Starting out in administrative data research

Administrative data research is a relatively new area; this page helps you to find out more about what it is, what skills are needed, and where to find support.

Why administrative data research?

Across the UK as a whole, administrative data is currently a largely untapped, but information-rich, resource. This wealth of data, the majority of which was not originally created for research but as a by-product of government services, has the potential to create important knowledge, providing powerful insights into our society and in turn pointing to areas where change is needed.

ADR Scotland is a partnership between the Scottish Government and SCADR, who are part of ADR UK, whose mission is to transform the way researchers access the UK’s wealth of public sector data, enabling vital research that has the potential to lead to better informed policy decisions and more effective public serves.

The ADR UK website has information and news about administrative data research across the UK, including recent case studies.

Administrative data research in Scotland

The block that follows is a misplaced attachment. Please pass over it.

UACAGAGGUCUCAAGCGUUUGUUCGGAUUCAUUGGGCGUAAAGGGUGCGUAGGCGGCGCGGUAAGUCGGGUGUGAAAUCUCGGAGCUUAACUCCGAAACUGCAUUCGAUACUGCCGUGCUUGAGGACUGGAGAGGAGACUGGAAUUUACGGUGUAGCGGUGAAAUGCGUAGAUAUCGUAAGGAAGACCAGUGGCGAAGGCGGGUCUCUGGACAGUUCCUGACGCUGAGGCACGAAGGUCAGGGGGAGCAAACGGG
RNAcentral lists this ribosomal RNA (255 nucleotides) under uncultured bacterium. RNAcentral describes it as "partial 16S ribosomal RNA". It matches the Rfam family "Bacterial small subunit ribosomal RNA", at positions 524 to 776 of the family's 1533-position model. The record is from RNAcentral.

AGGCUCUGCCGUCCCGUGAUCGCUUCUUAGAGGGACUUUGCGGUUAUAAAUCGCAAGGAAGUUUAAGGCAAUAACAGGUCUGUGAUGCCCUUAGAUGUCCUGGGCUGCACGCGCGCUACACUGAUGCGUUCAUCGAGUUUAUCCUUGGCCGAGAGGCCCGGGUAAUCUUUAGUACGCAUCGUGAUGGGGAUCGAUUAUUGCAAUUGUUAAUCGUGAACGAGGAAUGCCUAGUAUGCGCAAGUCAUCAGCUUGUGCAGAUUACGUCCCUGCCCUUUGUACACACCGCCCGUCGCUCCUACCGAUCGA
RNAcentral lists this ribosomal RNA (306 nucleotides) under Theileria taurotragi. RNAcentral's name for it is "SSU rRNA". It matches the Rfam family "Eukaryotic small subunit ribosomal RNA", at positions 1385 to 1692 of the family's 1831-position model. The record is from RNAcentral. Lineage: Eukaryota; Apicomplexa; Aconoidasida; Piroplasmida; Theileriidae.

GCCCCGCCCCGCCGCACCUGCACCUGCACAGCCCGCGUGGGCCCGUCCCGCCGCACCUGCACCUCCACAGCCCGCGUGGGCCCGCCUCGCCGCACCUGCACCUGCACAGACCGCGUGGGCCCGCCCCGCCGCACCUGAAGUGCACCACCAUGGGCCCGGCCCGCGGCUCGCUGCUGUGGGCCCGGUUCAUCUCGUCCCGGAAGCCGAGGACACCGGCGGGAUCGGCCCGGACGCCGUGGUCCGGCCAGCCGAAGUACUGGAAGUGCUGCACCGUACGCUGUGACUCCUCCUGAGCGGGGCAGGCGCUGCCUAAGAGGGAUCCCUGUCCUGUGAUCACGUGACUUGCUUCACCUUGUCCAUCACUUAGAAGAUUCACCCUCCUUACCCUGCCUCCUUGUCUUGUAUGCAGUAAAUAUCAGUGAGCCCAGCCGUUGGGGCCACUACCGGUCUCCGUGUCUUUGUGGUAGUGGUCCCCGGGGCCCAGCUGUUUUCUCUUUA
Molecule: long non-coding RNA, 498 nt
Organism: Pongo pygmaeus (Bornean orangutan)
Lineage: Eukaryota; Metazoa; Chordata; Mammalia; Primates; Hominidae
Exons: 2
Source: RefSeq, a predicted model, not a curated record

Administrative data offers an unrivalled source of information about life in Scotland and across the UK: quantitative data on a large scale across many years, covering areas from health to education, and from crime to transport. This data can provide valuable insights, but it is important to be aware that the infrastructure and access to data of this kind is still developing and growing: processes are improving over time, but can be complex. The long timescales involved do mean that administrative data can be a challenging source of data to access and analyse within a PhD timescale, for example.

A group of early career researchers in Scotland have set up a platform called eCRUSADers that provides a space for researchers to go if they are thinking about working with Scottish administrative data and want to learn from others.

Other key organisations in Scotland to be aware of include:

What skills are required?

Ideally researchers should have knowledge and previous experience of conducting quantitative data analysis, an understanding of basic (and ideally more advanced) statistics, and experience in using a statistical package such as SPSS, R or Stata.

What training is available?

Please visit our Training page to find out about courses available to build skills and courses that provide training that is essential to access data.  

Our Resources webpage also has links to some tools that are useful for administrative research.

How to access data, and who can help?

Accessing data can be complex, please visit our accessing data page for more information.